Kin Lane

My Photos Feel Like An Emotional Trap

Like most people, I have a lot of digital photos. I have almost two decades worth of digital photos, spanning two of my marriages, several other family member marriages, and the entire life of my kid. I store my photos across Flickr, Facebook, Google, Dropbox, and Amazon. I’ve recently downloaded them all, separate out the videos (I will deal with separately), and began the process of organizing them. It hasn’t been easy to unwind this mess.

As I’m putting into folders, renaming, and running a deduplication on, I’m thinking about what an emotional trap digital photography is. There is no way I can ever enjoy all of these photos, and there is no real reason to keep all of them around. It almost seems like an impossible task for me to ever clean them up. It almost feels like this is this way by design. Just so that I can be sold the next solution to my emotional trap, which ultimately will just become the next layer of this mess.

Hoarding zipped up folders of images, and stashes of different overlapping waves of images within whatever free service I upload them, feels like something that is festering, and needs attention—-pushing me to ask some hard questions about the photo dimension of my digital self:

  • Why do I take so many photos?
  • Why do I neglect organizing and managing my photos?
  • Why do I allow my photos to be spread across so many disparate online locations?
  • Why do I allow so many emotional attachments to even exist in the first place?
  • Why do I let bundles of unusable photos to exist in the corners?

I don’t have good answers to a lot of this. I think it comes down to many emotional factors, most of which are commercial in origin (buying camera gadgets), while others are more on the insecure and narcissistic ends of the spectrum. Honestly looking at the shear volume of photos I took after my divorce, during the time spent with my kid-boy, was I insecure about something! A condition in which Flickr, Facebook, Instagram, Twitter, and Google sure helped exploit.

This isn’t healthy. Having this many images, each with their own particular emotional attachment isn’t good for me. It has to be pruned. It has be cleaned up. It cannot be allowed to continue in the future. My image mess always makes me think of stories of old native Americans declining to have their picture take for fear of stealing their souls. Except, we do not have any respect for our digital soul, and we are perfectly happy selling it to the highest bidder, feeding our insecurities, over and over, until we are stretched out across the web, for everyone to gawk at.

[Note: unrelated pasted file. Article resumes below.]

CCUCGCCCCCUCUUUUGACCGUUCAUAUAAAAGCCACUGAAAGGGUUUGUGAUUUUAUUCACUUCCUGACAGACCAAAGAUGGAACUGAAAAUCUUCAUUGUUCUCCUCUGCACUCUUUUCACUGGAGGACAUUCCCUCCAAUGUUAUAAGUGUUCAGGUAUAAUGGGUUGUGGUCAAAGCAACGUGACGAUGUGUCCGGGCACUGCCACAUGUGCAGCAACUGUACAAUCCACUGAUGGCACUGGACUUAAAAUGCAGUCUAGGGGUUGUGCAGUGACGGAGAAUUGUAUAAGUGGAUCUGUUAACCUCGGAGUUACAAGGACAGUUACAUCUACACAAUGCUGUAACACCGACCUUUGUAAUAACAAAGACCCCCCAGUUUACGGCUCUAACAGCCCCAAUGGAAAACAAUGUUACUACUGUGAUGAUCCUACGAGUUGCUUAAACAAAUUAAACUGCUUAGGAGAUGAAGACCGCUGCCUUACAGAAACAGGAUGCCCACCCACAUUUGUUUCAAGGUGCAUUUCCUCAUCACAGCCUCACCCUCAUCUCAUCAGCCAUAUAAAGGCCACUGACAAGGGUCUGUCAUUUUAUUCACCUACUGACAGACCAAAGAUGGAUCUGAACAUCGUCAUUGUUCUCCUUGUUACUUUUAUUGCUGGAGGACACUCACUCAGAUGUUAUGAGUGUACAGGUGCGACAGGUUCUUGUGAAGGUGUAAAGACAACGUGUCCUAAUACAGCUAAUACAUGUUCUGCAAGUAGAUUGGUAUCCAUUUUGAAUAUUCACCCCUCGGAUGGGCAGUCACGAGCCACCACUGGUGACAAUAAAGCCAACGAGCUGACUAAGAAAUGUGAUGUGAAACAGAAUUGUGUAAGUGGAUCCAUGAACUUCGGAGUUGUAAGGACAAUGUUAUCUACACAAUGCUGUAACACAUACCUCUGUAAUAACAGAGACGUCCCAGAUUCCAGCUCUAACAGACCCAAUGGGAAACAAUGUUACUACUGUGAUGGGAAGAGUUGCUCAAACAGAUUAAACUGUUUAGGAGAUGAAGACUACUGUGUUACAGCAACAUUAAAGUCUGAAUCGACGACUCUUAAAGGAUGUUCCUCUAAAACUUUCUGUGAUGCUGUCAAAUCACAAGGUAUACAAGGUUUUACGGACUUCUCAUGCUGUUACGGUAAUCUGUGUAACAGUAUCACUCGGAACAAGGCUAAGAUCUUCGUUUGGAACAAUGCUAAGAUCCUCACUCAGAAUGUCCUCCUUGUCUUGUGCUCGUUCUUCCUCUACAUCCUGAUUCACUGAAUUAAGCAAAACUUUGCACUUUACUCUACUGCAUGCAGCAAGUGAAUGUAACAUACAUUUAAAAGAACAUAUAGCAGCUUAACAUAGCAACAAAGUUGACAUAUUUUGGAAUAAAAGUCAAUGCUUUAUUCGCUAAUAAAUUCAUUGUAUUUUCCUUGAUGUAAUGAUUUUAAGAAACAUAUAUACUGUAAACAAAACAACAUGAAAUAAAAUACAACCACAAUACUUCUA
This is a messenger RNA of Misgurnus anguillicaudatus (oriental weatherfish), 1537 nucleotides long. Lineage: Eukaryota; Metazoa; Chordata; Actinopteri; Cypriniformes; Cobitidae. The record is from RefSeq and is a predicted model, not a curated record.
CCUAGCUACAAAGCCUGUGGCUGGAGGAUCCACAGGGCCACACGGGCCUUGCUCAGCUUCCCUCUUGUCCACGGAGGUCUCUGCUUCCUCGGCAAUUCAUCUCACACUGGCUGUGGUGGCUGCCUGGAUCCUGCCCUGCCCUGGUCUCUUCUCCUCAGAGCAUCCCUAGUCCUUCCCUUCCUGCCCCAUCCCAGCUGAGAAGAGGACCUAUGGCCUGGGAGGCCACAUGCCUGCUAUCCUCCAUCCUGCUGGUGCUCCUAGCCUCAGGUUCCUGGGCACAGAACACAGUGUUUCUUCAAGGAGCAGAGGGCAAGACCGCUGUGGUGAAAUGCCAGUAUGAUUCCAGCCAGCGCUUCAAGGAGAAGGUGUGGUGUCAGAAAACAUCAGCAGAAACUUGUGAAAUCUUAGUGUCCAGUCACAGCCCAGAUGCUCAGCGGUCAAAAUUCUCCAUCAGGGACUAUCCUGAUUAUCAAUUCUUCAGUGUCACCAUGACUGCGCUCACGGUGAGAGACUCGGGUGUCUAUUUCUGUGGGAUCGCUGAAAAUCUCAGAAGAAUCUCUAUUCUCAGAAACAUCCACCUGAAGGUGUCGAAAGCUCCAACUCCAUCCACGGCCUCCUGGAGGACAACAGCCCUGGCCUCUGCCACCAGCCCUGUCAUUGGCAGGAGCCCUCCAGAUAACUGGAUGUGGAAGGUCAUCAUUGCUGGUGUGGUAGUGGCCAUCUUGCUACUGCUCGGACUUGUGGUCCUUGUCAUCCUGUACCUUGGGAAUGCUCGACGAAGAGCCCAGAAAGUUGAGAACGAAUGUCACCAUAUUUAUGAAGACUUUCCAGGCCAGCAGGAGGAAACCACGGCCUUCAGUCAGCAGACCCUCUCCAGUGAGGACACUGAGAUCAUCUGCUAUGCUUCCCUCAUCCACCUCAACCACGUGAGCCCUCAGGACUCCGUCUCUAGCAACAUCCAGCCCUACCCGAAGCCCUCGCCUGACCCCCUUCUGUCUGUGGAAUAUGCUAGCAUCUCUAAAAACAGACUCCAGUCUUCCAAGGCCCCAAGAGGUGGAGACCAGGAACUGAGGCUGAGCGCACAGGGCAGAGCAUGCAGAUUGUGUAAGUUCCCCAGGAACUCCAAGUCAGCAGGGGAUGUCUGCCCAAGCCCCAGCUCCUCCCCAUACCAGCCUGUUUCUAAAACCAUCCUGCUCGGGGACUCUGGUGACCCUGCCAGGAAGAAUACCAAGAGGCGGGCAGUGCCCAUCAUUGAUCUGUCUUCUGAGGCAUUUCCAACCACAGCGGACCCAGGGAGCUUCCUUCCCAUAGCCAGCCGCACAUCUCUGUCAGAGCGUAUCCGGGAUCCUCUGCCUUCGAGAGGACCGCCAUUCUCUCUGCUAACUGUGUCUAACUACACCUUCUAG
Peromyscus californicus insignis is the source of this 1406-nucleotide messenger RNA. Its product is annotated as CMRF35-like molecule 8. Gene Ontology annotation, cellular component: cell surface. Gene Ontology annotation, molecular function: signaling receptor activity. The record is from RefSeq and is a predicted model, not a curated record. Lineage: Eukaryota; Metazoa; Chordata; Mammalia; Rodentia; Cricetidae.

I’ve cleaned up my Twitter, Facebook, and Instagram accounts significantly over the last couple of years. The recent acquisition of Flickr forced me to download my history there. Now I just need to clean out the storage units I have in Amazon, Google, and Dropbox. Once I have things de-duped, cleaned up, and organized, I will find one place to put them, so that I can use them, and then find one place to zip up and back them up in case my plan A fails on me. I will establish a strategy for being thoughtful about what photos I take, and how I clean them up and organize them in real time–helping ensure this will not happen again.

I feel like I have a lot more processing to do around the illness that digital photos introduce into my life. It isn’t just the number of photos, it is the many places where I put them. It is the performance I do with them online each day, across many web properties—mine, and other 3rd parties. It is unacceptable that I don’t take better care of digital self, curating, cleaning, organizing and being more thoughtful about the photos I produce, keep, or let disappear. It means for a healthier, saner, happier me, but it also reduces the vector for technology companies to get their hooks in me with their FREE storage, easy sharing, and other ways in which they monetize my digital self, and extract value from my daily behavioral exhaust.